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Oklahoma Journeys

Robert S. Kerr


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Today we remember Robert S. Kerr for having served as both governor and U.S. senator, but his crowning achievement before his death in 1963 was funding for the Arkansas River navigation project that connects Tulsa and the rest of Oklahoma to the Gulf of Mexico. We celebrate Robert S. Kerr's birthday this week on Oklahoma Journeys from the Oklahoma History Center.

From the Oklahoma History Center, this is Oklahoma Journeys. I'm Michael Dean.

113 years ago, on September 11, 1896, Robert S. Kerr was born in a log cabin near Ada, Oklahoma. When he was elected governor, he was the first governor of Oklahoma to have actually been born in our state. Kerr and his brother-in-law, James Anderson, started an oil company, and by 1929, the Anderson-Kerr Drilling Company had become so prosperous that Kerr abandoned his law practice to focus on oil. Anderson retired in 1936, and Dean McGee, former chief geologist for the Phillips Petroleum Company, joined the firm. In the 1930s Kerr became a force in the state Democratic Party, then in 1942 he ran for governor. For many years Kerr focused on the protection of Oklahoma's natural resources. In nearly every speech he gave, he talked about three things: land, wood and water.

But it was water conservation for which we remember Kerr. He focused on that subject saying that future prosperity and economic growth would be dependent upon water. He often recalled that growing up on a small farm outside of Ada, his dad recognized the effects of water pollution. He said his Dad was drilling a water well and told young Kerr that he drilling on the side of a hill above the barnyard and away from the livestock, because when it rained the runoff from the livestock would flow downhill away from the water well.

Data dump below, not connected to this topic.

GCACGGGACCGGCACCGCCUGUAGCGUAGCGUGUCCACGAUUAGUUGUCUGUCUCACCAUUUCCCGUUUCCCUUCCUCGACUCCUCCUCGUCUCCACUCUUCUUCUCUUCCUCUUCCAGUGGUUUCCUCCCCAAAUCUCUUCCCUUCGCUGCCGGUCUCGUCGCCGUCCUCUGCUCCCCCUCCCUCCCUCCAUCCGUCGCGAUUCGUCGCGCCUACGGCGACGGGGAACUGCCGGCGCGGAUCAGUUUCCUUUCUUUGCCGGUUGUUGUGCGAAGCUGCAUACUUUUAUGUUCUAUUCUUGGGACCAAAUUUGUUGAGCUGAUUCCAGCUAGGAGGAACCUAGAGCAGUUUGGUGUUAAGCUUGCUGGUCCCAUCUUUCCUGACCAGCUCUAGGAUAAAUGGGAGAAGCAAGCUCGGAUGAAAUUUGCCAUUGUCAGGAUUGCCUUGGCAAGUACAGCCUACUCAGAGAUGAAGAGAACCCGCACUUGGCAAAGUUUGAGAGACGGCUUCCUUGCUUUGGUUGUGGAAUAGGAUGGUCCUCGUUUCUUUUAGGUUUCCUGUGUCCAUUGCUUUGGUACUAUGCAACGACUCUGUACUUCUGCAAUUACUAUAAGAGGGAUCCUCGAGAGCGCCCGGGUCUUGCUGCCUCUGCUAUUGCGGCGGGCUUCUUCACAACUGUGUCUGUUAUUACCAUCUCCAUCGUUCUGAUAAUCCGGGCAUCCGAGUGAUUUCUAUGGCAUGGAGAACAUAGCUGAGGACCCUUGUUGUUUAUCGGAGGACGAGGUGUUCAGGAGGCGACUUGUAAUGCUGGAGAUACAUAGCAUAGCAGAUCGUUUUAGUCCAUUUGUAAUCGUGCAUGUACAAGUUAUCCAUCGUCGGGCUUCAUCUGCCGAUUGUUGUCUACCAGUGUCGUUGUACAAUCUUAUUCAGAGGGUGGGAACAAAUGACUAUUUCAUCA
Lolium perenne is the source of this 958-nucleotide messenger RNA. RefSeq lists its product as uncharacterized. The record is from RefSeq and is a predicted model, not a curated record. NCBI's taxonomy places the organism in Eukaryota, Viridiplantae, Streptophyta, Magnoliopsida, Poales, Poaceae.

Kerr frequently talked about the importance of water in his speeches. He told countless audiences that the key to future prosperity was adequate water supplies. In one speech shortly before his death he said "the value of water to Oklahoma over the next fifty years would far outweigh the value of all the oil and gas produced in Oklahoma in the last fifty years."

Kerr's chief legacy for the state of Oklahoma is the series of water projects and dams that made the Arkansas River into a navigable inland waterway system. During his term as governor, Kerr witnessed the devastation caused by flooding of the Arkansas River and its tributaries due to the river's shallowness, which prevented river traffic from reaching Oklahoma. His first bill in Congress created the Arkansas, White and Red River Study Commission, which planned the water and land development in the region. He died before he saw the commission's work come to fruition as the McClellan-Kerr Arkansas River Navigation System, a series of 17 locks and dams making the waterway navigable from the Tulsa Port of Catoosa to the Gulf of Mexico.

Kerr left another legacy beside natural resource conservation. He served as chairman of the Senate Committee on Aeronautical and Space Sciences. He helped create NASA, then had a vice president of Kerr-McGee, James Webb, appointed the director of NASA.

Kerr didn't live to see the Arkansas River opened for navigation, nor did he see Americans on the moon. He died of a heart attack on January 1, 1963. The Associated Press obituary called Kerr the uncrowned king of the senate.

Oklahoma Journeys is a production of the Oklahoma History Center, dedicated to collecting, preserving and sharing our state's past. I'm Michael Dean.